## Reverse Game Theory

30 Jan

So on Less Wrong I proposed what I thought was an example of the Prisoner’s Dilemma:

I am trying to formalize what I think should be solvable by some game theory, but I don’t know enough about decision theory to come up with a solution.

Let’s say there are twins who live together. For some reason they can only eat when they both are hungry. This would work as long as they are both actually hungry at the same time, but let’s say that one twin wants to gain weight since that twin wants to be a body builder, or one twin wants to lose weight since that twin wants to look better in a tuxedo.

At this point it seems like they have conflicting goals, so this seems like an iterated prisoner’s dilemma. And it seems like if this is an iterated prisoner’s dilemma, then the best strategy over the long run would be to cooperate. Is that correct, or am I wrong about something in this hypothetical?

It was pointed out that this isn’t a PD since the twins have competing goals. So instead of going with a confusing hypothetical, I decided to use an example from my own life:

My brother likes to turn the air conditioner as cold as possible during the summer so that he can bundle up in a lot of blankets when he goes to sleep. I on the other hand prefer to sleep with the a/c at room temperature so that I don’t have to bundle up with blankets. Sleeping without bundling up makes my brother uncomfortable, and having to sleep under a lot of blankets so I don’t freeze makes me uncomfortable. We both have to use the a/c, but we have contradictory goals even though we’re using the same resource at the same time. And the situation is repeated every night during the summer (thankfully I don’t live with my brother, but my current new roommate seems to have the same tendency with the a/c).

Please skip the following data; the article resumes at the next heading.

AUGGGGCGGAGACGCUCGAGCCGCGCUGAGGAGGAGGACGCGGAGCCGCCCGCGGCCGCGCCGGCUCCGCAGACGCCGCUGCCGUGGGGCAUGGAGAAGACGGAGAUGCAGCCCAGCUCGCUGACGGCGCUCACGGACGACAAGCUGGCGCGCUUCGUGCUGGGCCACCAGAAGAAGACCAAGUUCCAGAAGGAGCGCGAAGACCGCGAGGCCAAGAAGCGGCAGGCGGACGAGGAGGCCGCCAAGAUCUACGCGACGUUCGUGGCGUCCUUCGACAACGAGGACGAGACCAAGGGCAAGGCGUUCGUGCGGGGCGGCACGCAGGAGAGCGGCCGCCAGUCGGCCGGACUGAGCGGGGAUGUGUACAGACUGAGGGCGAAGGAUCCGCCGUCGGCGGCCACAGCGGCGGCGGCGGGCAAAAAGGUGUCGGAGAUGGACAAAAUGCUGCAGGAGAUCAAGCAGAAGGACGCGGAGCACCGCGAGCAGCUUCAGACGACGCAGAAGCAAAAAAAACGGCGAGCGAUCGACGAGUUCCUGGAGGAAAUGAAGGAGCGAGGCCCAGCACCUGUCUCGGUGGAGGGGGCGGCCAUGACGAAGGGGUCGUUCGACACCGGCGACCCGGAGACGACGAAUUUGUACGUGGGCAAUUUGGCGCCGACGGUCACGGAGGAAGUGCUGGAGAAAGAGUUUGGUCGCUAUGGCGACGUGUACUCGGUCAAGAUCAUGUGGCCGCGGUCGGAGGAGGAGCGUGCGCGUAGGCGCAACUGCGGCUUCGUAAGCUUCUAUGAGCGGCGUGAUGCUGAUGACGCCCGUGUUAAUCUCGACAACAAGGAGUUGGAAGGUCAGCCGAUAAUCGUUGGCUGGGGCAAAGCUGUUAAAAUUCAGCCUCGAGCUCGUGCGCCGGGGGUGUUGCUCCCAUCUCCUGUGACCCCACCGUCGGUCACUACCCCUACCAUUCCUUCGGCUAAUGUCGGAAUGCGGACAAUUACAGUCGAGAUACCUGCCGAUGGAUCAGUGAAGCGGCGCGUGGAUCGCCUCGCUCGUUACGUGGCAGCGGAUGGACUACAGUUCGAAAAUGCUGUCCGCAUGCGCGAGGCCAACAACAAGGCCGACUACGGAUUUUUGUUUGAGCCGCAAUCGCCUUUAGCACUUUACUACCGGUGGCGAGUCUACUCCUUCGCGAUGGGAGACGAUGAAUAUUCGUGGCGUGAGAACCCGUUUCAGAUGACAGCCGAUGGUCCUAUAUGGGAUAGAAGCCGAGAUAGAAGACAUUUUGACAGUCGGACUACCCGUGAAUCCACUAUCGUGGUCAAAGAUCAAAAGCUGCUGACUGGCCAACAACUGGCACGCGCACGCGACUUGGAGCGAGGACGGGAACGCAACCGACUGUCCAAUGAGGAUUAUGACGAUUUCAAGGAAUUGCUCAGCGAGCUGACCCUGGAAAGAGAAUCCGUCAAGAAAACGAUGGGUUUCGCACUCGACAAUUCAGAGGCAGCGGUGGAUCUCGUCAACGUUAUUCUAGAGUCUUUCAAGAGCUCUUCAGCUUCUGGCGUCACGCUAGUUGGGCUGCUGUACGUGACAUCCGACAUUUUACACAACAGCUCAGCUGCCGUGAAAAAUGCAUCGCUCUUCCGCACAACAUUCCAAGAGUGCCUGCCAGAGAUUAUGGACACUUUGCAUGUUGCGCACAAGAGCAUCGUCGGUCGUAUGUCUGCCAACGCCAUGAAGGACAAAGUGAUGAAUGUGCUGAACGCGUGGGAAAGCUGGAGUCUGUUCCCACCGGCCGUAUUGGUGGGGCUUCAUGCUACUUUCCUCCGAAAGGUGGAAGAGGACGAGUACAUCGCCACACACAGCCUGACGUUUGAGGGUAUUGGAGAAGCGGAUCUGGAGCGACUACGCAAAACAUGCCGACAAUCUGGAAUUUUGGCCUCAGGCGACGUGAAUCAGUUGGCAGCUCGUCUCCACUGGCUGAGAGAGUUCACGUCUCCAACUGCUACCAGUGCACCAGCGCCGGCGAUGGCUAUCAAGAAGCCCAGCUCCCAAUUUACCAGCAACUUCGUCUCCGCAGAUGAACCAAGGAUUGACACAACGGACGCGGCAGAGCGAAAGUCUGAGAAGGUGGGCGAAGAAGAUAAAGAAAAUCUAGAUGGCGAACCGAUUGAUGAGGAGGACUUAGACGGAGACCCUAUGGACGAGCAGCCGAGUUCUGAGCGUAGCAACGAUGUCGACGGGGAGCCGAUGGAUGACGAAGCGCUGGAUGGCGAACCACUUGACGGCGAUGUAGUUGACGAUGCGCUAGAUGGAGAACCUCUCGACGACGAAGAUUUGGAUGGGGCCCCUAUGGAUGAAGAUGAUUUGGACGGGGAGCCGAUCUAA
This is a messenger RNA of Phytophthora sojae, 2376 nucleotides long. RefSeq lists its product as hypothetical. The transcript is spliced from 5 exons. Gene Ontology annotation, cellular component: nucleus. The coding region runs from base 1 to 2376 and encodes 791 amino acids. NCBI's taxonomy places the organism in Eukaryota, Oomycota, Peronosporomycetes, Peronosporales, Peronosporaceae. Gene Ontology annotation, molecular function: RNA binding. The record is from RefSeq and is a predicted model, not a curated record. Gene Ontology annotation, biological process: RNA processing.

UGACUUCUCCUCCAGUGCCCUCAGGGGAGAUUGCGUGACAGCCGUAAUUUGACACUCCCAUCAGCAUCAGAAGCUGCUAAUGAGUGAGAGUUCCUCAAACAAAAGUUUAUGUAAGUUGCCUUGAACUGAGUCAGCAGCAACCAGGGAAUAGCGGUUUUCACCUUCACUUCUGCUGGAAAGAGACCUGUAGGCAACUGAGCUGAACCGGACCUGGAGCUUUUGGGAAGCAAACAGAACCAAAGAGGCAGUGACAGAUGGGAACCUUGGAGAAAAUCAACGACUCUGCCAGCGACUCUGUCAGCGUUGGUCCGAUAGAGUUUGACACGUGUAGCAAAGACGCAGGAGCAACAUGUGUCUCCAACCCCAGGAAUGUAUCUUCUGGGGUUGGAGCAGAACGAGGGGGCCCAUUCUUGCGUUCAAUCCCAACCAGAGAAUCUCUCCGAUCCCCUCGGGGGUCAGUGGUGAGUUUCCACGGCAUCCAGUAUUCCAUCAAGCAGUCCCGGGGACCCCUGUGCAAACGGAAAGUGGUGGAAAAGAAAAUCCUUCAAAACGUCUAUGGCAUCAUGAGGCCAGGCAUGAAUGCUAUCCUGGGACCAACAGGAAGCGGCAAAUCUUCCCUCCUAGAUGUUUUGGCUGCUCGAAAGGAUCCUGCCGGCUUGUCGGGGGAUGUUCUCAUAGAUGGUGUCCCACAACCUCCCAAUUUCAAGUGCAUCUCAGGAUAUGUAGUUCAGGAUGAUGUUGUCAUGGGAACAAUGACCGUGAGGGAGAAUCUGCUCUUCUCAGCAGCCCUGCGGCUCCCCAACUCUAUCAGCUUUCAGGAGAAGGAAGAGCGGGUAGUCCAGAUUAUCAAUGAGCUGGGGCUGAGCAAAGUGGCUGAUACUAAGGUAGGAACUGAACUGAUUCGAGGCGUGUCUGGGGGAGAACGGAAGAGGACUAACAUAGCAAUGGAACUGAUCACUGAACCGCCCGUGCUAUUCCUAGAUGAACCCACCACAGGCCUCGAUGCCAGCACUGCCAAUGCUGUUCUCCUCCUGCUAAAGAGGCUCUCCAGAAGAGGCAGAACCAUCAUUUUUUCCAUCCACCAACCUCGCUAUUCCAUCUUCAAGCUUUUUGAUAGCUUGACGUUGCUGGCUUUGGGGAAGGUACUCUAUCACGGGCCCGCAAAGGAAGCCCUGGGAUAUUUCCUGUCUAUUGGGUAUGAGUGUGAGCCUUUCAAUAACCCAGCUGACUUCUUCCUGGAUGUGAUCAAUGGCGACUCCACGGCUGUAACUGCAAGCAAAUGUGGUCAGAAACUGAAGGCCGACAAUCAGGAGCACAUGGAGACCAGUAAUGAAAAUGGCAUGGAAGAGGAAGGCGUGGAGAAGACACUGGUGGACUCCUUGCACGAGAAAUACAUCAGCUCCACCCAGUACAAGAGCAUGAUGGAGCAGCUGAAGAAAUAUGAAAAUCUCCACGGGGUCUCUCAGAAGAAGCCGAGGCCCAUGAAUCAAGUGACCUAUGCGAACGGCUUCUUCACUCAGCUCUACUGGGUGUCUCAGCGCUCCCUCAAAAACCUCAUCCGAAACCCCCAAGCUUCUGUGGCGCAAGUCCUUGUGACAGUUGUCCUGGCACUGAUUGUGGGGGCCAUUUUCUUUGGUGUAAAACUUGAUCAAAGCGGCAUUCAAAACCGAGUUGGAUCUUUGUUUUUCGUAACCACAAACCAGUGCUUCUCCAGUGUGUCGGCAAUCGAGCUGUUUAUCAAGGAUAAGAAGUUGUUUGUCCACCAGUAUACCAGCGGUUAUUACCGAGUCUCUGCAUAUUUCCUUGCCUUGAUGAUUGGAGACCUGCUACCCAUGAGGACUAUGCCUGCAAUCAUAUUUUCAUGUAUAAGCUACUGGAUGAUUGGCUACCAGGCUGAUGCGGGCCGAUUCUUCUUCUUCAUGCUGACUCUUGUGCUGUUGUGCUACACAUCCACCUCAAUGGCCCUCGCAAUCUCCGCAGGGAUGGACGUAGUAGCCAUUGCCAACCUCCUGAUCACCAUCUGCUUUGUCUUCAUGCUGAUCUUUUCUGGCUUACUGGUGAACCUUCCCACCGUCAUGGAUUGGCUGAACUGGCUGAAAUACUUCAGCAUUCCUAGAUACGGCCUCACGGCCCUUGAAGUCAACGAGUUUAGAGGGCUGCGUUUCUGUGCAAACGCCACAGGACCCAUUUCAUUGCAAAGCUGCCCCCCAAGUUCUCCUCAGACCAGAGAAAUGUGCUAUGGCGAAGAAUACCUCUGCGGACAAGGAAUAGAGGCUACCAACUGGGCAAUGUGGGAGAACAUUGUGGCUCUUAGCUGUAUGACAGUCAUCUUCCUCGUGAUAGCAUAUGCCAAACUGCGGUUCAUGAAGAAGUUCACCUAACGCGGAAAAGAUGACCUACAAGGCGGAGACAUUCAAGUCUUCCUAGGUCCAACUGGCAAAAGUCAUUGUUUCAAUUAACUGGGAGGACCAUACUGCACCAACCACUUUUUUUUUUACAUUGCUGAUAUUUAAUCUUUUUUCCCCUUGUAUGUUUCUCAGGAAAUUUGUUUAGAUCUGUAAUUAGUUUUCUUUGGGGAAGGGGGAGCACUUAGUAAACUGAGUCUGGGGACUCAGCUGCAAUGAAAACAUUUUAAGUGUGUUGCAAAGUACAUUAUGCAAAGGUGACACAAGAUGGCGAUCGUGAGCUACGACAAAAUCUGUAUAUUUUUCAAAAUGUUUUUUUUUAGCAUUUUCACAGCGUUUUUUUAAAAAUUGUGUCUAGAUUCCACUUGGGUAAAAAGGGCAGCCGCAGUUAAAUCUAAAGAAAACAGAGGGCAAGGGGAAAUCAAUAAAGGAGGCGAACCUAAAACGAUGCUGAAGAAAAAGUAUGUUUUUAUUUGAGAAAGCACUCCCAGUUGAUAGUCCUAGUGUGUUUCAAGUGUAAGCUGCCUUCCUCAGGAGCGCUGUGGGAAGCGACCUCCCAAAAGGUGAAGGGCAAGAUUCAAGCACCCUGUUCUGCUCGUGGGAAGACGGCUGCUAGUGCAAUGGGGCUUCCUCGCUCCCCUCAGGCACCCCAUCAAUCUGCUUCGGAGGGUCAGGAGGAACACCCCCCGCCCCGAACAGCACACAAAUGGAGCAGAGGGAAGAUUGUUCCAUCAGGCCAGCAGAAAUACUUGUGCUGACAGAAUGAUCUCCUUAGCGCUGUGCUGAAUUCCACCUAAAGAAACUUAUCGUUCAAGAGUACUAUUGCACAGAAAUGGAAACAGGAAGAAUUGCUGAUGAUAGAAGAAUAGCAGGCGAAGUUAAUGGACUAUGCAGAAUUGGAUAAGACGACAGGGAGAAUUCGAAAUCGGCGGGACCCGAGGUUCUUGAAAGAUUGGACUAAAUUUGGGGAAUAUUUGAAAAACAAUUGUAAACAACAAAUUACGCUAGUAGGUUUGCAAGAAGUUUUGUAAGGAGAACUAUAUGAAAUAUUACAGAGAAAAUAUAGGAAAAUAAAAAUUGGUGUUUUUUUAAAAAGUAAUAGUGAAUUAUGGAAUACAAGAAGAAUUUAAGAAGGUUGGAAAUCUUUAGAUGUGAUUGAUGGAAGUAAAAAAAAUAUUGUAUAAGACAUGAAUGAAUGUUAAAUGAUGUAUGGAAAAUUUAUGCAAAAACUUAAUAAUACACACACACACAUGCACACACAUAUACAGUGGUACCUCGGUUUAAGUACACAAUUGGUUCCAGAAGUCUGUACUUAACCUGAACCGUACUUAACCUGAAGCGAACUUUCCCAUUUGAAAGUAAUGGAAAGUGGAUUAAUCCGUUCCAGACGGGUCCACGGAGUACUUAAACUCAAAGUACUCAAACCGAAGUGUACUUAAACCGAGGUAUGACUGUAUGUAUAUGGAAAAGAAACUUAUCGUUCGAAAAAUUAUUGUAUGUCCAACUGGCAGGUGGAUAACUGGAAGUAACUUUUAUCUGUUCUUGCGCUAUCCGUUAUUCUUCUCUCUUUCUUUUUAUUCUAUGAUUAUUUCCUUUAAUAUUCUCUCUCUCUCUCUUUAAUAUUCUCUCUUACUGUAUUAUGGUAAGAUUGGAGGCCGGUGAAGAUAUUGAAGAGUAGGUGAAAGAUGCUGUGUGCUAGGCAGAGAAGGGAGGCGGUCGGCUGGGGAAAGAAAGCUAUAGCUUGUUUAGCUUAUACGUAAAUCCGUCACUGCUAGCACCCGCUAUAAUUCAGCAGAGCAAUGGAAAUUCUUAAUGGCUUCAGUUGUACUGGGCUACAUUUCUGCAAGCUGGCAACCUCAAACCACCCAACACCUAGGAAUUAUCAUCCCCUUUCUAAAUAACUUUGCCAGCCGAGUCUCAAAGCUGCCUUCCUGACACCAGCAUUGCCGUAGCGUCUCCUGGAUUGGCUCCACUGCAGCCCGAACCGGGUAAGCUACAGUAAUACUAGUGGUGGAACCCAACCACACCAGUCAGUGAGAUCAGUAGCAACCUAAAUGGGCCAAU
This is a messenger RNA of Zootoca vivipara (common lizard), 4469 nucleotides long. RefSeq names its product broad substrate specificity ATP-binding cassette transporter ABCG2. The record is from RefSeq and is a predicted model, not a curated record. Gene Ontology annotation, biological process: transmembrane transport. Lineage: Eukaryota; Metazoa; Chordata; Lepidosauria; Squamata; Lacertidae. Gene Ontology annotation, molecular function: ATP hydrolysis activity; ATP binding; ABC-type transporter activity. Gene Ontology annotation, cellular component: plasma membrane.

User badger was able to use this real life example to explain that this indeed isn’t a PD since this isn’t a pre-made game, so I would have to design a game that could be solved. This is mechanism design, or reverse game theory:

That example helps clarify. In the A/C situation, you and your brother aren’t really starting with a game. There isn’t a natural set of strategies you are each independently choosing from; instead you are selecting one temperature together. You could construct a game to help you two along in that joint decision, though. To solve the overall problem, there are two questions to be answered:

1. Given a set of outcomes and everyone’s preferences over the outcomes, which outcome should be chosen? This is studied in social choice theory, cake-cutting/fair division, and bargaining solutions.
2. Given an answer to the first question, how do you construct a game that implements the outcome that should be chosen? This is studied in mechanism design.

One possible solution: If everything is symmetric, the result should split the resource equally, either by setting the temperature halfway between your ideal and his ideal or alternating nights where you choose your ideals. With this as a starting point, flip a coin. The winner can either accept the equal split or make a new proposal of a temperature and a payment to the other person. The second person can accept the new proposal or make a new one. Alternate proposals until one is accepted. This is roughly the Rubinstein bargaining game implementing the Nash bargaining solution with transfers.

Another possible solution: Both submit bids between 0 and 1. Suppose the high bid is p. The person with the high bid proposes a temperature. The second person can either accept that outcome or make a new proposal. If the first player doesn’t accept the new proposal, the final outcome is the second player’s proposal with probability p and the status quo (say alternating nights) with probability 1-p. This is Moulin's implementation of the Kalai-Smorodinsky bargaining solution.

According to my own moral intuitions (which admittedly aren’t universal moral intuitions) alternating weeks over who has control over the A/C seems the most fair. But someone else might prefer to place bids. However, introducing money also introduces a power system where whoever has or earns more money gets their wants achieved asymmetrically.

Of course there could also be a power differential due to knowledge, such as a game that is designed to violate the laws of probability to favor the game designer. But that’s why it’s always in your favor to learn rationality!

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Posted by on January 30, 2014 in decision theory

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